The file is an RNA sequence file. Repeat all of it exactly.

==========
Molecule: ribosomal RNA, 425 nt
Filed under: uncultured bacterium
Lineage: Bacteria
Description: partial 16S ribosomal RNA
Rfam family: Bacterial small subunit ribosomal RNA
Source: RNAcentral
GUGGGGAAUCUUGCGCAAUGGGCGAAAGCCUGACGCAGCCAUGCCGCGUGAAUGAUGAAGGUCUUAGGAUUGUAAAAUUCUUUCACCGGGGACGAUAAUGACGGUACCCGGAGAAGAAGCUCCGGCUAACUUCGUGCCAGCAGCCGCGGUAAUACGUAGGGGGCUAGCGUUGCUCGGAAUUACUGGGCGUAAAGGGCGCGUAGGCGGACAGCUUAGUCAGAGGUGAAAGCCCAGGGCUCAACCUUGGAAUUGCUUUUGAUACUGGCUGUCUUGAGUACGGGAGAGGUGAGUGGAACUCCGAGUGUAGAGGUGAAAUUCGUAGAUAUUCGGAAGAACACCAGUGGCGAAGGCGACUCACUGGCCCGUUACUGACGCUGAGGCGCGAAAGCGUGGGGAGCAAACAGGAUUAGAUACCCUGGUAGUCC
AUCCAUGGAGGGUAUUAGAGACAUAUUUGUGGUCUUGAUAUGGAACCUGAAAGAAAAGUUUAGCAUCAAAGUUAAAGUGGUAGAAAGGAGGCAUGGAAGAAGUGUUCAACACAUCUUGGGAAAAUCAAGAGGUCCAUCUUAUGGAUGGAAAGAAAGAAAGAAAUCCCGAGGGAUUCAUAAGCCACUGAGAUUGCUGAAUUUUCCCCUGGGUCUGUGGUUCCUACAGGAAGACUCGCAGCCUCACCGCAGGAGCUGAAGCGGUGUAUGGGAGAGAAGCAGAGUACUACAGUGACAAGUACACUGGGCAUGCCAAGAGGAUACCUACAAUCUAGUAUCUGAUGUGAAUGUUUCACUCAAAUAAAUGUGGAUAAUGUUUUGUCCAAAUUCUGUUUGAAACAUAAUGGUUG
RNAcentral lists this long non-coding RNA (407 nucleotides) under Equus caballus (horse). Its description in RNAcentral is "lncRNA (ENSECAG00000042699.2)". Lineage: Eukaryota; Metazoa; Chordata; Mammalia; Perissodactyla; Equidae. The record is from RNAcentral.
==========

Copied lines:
Molecule: ribosomal RNA, 425 nt
Filed under: uncultured bacterium
Lineage: Bacteria
Description: partial 16S ribosomal RNA
Rfam family: Bacterial small subunit ribosomal RNA
Source: RNAcentral
GUGGGGAAUCUUGCGCAAUGGGCGAAAGCCUGACGCAGCCAUGCCGCGUGAAUGAUGAAGGUCUUAGGAUUGUAAAAUUCUUUCACCGGGGACGAUAAUGACGGUACCCGGAGAAGAAGCUCCGGCUAACUUCGUGCCAGCAGCCGCGGUAAUACGUAGGGGGCUAGCGUUGCUCGGAAUUACUGGGCGUAAAGGGCGCGUAGGCGGACAGCUUAGUCAGAGGUGAAAGCCCAGGGCUCAACCUUGGAAUUGCUUUUGAUACUGGCUGUCUUGAGUACGGGAGAGGUGAGUGGAACUCCGAGUGUAGAGGUGAAAUUCGUAGAUAUUCGGAAGAACACCAGUGGCGAAGGCGACUCACUGGCCCGUUACUGACGCUGAGGCGCGAAAGCGUGGGGAGCAAACAGGAUUAGAUACCCUGGUAGUCC
AUCCAUGGAGGGUAUUAGAGACAUAUUUGUGGUCUUGAUAUGGAACCUGAAAGAAAAGUUUAGCAUCAAAGUUAAAGUGGUAGAAAGGAGGCAUGGAAGAAGUGUUCAACACAUCUUGGGAAAAUCAAGAGGUCCAUCUUAUGGAUGGAAAGAAAGAAAGAAAUCCCGAGGGAUUCAUAAGCCACUGAGAUUGCUGAAUUUUCCCCUGGGUCUGUGGUUCCUACAGGAAGACUCGCAGCCUCACCGCAGGAGCUGAAGCGGUGUAUGGGAGAGAAGCAGAGUACUACAGUGACAAGUACACUGGGCAUGCCAAGAGGAUACCUACAAUCUAGUAUCUGAUGUGAAUGUUUCACUCAAAUAAAUGUGGAUAAUGUUUUGUCCAAAUUCUGUUUGAAACAUAAUGGUUG
RNAcentral lists this long non-coding RNA (407 nucleotides) under Equus caballus (horse). Its description in RNAcentral is "lncRNA (ENSECAG00000042699.2)". Lineage: Eukaryota; Metazoa; Chordata; Mammalia; Perissodactyla; Equidae. The record is from RNAcentral.